The Value of Energy Tax Incentives for Different Types of Energy Resources: In Brief

The U.S. tax code supports the energy sector by providing a number of targeted tax incentives, or tax incentives only available for the energy industry. As Congress evaluates the tax code and contemplates tax reform, there has been interest in understanding how energy tax benefits are distributed across different domestic energy resources. For example, what percentage of energy-related tax benefits support fossil fuels (or support renewables)? How much domestic energy is produced using fossil fuels (or produced using renewables)? And how do these figures compare?

In 2016, the value of federal tax-related support for the energy sector was estimated to be $18.2 billion. Of this, $5.2 billion (28.6%) can be attributed to tax incentives supporting fossil fuels. Tax-related support for renewables was an estimated $11.4 billion in 2016 (or 62.6% of total tax-related support for energy). The remaining tax-related support went toward nuclear energy, efficiency measures, and alternative technology vehicles.

While the cost of tax incentives for renewables has exceeded the cost of incentives for fossil fuels in recent years, the majority of energy produced in the United States continues to be derived from fossil fuels. In 2016, fossil fuels accounted for 77.9% of U.S. primary energy production. The remaining primary energy production is attributable to renewable energy and nuclear electric resources, with shares of 12.1% and 10.0%, respectively.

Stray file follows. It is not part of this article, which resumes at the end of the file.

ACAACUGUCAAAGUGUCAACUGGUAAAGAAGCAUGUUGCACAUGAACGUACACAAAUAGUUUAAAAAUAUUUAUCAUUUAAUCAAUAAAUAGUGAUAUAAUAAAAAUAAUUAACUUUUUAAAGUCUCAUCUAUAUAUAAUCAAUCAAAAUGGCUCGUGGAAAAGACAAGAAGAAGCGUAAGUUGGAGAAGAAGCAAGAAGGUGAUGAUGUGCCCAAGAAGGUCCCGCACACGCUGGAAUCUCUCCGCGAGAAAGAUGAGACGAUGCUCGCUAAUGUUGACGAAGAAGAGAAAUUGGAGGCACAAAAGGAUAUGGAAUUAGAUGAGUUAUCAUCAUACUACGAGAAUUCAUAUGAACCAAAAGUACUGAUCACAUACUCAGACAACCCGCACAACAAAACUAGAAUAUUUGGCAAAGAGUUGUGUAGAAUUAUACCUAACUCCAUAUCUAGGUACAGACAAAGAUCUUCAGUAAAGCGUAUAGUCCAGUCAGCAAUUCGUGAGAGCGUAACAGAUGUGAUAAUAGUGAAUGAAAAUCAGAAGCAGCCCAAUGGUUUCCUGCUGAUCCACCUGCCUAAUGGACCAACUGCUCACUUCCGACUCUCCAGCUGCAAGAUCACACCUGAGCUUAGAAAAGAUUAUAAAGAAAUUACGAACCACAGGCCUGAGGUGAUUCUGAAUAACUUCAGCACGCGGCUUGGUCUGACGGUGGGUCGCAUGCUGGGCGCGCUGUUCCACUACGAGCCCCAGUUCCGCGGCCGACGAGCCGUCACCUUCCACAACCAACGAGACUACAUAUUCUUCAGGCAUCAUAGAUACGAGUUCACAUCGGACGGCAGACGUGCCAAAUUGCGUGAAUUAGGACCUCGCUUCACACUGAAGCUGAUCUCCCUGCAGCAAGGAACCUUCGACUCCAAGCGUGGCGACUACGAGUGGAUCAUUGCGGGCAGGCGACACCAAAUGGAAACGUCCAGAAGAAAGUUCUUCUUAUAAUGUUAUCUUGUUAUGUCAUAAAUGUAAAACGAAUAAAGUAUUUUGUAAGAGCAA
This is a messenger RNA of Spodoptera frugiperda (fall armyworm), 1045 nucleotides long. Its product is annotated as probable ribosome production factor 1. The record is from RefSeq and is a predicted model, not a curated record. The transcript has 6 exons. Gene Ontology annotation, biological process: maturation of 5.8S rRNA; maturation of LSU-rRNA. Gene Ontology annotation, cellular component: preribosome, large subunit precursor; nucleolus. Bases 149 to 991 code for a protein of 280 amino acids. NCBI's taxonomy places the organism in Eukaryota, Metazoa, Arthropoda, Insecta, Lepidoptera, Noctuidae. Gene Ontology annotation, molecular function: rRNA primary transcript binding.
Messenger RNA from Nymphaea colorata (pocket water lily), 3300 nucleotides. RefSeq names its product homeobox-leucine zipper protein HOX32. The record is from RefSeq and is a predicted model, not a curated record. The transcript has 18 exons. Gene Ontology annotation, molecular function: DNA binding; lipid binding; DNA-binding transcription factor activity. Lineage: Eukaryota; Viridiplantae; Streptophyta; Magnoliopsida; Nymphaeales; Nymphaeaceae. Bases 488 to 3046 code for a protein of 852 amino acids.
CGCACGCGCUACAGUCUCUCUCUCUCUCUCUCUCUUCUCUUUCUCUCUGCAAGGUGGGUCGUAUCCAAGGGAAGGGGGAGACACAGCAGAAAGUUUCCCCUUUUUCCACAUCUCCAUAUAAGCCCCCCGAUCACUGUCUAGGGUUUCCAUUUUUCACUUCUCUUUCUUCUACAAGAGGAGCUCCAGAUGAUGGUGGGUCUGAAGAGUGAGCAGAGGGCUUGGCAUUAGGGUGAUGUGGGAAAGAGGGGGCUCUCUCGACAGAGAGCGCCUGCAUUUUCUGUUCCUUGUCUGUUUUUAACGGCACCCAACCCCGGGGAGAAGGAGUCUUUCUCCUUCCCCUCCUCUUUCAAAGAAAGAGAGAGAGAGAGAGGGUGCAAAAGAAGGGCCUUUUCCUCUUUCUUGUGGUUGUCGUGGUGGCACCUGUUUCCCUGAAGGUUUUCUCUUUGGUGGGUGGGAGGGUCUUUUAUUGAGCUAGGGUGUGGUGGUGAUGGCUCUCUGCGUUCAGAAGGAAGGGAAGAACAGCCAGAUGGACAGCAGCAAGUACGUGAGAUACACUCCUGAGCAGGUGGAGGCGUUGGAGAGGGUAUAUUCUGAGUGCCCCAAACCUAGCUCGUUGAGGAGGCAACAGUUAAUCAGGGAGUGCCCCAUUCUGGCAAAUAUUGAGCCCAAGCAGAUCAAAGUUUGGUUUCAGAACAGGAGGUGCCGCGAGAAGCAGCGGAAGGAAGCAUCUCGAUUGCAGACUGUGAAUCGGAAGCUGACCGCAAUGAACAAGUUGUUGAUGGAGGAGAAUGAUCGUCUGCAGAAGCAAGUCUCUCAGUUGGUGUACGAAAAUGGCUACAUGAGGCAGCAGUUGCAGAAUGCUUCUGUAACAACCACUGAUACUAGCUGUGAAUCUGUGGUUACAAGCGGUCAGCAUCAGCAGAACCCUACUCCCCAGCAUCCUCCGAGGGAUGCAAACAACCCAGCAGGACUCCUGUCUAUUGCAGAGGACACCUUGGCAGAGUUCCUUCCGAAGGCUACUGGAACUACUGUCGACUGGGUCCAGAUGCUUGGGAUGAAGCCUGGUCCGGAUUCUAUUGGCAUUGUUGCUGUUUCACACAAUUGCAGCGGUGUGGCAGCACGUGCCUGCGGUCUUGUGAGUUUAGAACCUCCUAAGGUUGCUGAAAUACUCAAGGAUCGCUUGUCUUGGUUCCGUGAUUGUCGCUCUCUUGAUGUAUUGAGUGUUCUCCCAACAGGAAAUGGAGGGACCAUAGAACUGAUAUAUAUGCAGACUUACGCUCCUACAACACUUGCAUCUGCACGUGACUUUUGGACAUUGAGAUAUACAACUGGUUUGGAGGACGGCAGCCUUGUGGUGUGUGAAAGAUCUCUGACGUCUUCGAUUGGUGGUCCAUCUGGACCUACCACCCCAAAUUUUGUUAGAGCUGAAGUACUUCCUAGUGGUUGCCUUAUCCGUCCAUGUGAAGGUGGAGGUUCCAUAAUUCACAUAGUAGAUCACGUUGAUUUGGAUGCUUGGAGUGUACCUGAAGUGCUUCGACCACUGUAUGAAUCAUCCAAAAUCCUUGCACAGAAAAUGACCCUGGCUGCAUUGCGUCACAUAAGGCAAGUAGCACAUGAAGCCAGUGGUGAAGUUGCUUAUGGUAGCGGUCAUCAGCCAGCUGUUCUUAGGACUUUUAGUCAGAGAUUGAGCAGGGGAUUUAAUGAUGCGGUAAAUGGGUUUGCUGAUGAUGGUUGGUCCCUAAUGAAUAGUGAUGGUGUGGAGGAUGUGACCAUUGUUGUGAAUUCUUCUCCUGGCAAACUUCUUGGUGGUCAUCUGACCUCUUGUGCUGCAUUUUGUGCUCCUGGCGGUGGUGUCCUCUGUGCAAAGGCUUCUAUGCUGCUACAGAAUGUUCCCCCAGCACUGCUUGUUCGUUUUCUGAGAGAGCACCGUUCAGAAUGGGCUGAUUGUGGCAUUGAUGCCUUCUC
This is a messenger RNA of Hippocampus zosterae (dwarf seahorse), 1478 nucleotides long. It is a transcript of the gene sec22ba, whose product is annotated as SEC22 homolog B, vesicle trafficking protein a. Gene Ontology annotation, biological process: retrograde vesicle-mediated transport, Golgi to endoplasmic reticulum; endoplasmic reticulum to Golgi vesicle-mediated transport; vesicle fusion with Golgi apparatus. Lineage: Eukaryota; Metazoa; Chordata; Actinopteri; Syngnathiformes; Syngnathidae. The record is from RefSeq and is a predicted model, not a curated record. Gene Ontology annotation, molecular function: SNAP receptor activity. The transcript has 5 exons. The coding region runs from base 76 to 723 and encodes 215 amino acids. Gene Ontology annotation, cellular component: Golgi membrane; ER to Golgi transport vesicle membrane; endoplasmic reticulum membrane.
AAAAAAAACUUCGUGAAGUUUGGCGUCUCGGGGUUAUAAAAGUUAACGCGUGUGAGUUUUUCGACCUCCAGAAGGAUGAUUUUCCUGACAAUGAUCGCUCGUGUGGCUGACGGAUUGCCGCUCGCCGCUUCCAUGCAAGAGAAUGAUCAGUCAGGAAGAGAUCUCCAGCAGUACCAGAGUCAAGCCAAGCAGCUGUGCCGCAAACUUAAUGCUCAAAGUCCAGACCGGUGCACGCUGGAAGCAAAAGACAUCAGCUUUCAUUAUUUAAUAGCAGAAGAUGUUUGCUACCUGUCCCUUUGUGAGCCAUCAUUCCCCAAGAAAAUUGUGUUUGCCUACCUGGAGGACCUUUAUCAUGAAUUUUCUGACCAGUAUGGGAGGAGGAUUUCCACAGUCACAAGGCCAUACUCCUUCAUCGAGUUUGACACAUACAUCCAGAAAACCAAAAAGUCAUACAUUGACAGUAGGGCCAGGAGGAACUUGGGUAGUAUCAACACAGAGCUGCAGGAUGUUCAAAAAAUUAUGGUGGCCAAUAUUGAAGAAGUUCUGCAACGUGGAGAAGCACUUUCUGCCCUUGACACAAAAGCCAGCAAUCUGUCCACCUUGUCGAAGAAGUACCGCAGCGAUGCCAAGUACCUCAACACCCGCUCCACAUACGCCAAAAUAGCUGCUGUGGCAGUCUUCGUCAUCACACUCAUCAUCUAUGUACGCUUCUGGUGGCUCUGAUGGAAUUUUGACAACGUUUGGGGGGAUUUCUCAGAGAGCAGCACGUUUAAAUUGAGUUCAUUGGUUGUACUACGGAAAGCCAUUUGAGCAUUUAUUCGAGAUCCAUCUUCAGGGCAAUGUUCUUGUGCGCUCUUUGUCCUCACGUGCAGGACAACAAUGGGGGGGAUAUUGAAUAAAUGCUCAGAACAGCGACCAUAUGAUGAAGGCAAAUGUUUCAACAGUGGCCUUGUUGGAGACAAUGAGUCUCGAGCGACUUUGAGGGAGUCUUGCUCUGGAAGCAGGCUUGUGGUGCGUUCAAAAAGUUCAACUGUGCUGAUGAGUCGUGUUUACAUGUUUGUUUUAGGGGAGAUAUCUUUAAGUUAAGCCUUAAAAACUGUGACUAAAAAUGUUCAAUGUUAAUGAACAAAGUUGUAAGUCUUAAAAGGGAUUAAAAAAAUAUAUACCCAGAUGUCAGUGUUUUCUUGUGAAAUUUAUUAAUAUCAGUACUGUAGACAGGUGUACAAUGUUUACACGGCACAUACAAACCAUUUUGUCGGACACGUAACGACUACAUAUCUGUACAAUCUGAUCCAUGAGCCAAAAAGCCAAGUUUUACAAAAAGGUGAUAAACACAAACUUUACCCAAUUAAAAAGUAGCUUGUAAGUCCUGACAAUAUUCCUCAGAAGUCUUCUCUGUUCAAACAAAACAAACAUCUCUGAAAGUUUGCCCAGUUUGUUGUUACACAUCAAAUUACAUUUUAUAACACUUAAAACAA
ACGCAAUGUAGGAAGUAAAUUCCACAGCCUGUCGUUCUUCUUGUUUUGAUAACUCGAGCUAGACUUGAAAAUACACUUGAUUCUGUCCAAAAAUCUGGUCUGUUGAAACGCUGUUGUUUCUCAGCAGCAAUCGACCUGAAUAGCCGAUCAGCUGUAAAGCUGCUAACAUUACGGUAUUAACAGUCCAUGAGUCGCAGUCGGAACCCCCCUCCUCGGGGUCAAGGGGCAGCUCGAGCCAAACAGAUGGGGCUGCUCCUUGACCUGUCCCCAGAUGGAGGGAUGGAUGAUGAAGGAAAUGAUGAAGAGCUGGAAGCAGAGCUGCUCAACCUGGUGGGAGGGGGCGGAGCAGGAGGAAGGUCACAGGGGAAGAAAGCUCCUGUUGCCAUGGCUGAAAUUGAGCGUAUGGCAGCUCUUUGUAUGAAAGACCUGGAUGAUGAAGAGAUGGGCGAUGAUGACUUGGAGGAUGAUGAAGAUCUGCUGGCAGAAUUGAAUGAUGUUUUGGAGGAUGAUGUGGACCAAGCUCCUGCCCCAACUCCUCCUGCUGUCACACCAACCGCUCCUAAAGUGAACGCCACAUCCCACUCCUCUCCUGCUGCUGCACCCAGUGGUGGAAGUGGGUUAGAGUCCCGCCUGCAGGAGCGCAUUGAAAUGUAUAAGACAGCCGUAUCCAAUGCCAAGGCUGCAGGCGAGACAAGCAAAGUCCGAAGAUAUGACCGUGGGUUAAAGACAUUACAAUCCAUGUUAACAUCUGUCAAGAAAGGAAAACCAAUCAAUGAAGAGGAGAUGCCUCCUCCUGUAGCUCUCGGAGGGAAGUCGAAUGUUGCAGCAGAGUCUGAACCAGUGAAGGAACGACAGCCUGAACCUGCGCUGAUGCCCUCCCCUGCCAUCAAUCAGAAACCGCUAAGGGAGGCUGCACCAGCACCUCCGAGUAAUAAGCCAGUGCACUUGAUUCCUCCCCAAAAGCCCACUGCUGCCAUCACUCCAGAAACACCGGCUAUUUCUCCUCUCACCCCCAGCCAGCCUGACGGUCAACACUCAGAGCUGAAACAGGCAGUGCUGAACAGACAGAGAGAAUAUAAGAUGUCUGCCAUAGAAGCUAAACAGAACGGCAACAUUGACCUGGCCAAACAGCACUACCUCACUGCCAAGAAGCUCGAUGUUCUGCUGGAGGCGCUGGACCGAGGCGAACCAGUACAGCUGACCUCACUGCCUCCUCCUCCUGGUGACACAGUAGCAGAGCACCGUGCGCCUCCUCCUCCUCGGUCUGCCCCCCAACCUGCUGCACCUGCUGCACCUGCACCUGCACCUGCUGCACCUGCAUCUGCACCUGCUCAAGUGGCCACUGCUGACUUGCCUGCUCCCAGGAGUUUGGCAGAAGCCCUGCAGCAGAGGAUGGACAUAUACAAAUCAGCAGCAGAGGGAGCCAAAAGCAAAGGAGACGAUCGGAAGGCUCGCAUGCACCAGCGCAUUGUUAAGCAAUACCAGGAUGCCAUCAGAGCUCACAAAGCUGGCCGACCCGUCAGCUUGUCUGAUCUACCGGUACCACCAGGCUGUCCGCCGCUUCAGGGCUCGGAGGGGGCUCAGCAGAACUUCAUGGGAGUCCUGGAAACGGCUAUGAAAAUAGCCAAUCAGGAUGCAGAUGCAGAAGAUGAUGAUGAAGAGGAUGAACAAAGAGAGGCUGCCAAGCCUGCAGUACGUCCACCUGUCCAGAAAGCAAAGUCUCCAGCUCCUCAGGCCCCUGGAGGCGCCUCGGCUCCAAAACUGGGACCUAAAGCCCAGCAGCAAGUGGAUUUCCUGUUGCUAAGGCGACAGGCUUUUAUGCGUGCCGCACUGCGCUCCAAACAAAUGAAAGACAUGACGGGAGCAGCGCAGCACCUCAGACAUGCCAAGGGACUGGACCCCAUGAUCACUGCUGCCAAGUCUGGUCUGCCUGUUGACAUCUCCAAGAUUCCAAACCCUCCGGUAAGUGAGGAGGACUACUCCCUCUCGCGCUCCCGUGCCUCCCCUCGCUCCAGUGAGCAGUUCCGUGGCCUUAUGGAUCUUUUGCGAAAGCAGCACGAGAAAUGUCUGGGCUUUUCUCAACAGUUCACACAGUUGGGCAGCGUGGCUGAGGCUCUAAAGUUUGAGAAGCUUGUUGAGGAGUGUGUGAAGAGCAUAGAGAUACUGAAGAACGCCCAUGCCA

The balance of energy-related tax incentives has changed over time, and it is projected to continue to change, under current law, in coming years. Factors that have contributed to recent changes in the balance of energy-related tax incentives include the following:

Increased tax expenditures for solar and wind. Tax expenditures associated with the energy credit for solar and the production tax credit for wind have increased substantially in recent years. Following the long-term extensions of these temporary tax benefits provided in the Consolidated Appropriations Act, 2016 (P.L. 114-113), tax expenditures for the solar energy credit are projected to remain stable, while wind production tax credit tax expenditures are projected to increase, through 2020.

The expiration of tax-related support for renewable fuels. Tax-related support for renewable fuels declined substantially after the tax credits for alcohol fuels were allowed to expire at the end of 2011. Other fuels-related incentives also expired at the end of 2016 (although these may be extended as part of the “tax extenders”).